By John Celock
Two Republican presidential candidates used speeches to New Hampshire lawmakers Wednesday morning to focus on boosting power to state governments.
Ohio Gov. John Kasich and Florida Sen. Marco Rubio kept the focus on state affairs in separate speeches to the New Hampshire House of Representatives Wednesday. Both focused on their past tenures as state lawmakers in their respective states and said they would return power to the states if elected to the White House. Their speeches are part of an on-going series of speeches by presidential candidates to state lawmakers.
“We should run our country from the bottom up,” Kasich said. “I always felt that tax cuts were putting power in people’s pockets. It is the most important thing we can do to empower people.”
Both Rubio and Kasich said that as president they will work to give more power to state governments, citing such areas as education, energy and welfare. Both said that they believe that the states are better equipped to deal with the issues and to make decisions that are tailored to the needs of the individual state rather than a uniform approach from the federal government.
“As president I will not tell you as state leaders to place your faith in Washington. I will tell Washington to place their faith in you,” Rubio said.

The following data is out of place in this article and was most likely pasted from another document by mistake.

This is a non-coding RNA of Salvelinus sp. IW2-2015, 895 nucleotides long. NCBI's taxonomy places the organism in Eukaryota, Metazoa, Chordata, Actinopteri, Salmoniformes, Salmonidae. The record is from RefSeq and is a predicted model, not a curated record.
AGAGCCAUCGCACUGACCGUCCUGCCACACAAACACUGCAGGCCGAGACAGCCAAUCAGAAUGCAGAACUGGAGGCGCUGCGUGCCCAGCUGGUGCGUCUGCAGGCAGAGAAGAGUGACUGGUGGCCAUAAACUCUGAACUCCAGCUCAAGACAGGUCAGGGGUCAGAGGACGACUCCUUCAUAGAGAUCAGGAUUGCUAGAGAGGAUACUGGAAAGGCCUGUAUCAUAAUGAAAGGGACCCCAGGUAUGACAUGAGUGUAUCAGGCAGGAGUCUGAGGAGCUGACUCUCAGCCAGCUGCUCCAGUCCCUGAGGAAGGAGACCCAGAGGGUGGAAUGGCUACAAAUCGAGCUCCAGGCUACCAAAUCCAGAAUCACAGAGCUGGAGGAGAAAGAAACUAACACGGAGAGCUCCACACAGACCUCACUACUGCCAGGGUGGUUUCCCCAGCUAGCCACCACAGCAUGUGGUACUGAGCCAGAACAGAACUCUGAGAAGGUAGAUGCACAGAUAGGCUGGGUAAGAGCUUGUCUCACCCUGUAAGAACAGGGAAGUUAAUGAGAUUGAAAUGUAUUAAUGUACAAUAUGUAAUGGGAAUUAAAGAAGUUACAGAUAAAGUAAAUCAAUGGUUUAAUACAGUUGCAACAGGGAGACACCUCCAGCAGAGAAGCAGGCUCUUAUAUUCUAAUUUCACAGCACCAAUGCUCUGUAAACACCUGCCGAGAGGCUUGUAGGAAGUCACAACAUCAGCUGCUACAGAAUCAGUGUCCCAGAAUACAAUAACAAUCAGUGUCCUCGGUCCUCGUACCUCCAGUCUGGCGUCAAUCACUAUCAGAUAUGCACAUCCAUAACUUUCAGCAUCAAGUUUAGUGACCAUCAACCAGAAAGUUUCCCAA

Both used the speech to reminisce about their tenures as state lawmakers. Kasich started his career as a staffer in the Ohio state Legislature before serving four years in the Ohio Senate. Rubio served for nine years in the Florida House of Representatives, capping his career in Tallahassee as the state House speaker. Both said their tenures as state legislators helped shape their outlook on government.
Kasich talked briefly about his tenure as a congressman, including chairing the U.S. House Budget Committee in the 1990s. He spent more time though on his tenure as governor, including what he says are the frustrations he has as a state chief executive with the federal government. He said that he wants to have more power as a governor to write welfare rules that are Ohio centric, without getting the permission of the federal government. Kasich, who has backed the Common Core education standards, also called for more state power over education policy.
Kasich said he wants to see more flexibility for the states, noting his issues with federal rules governing toll roads.
“The idea that you cannot toll a road with federal money makes no sense,” he said.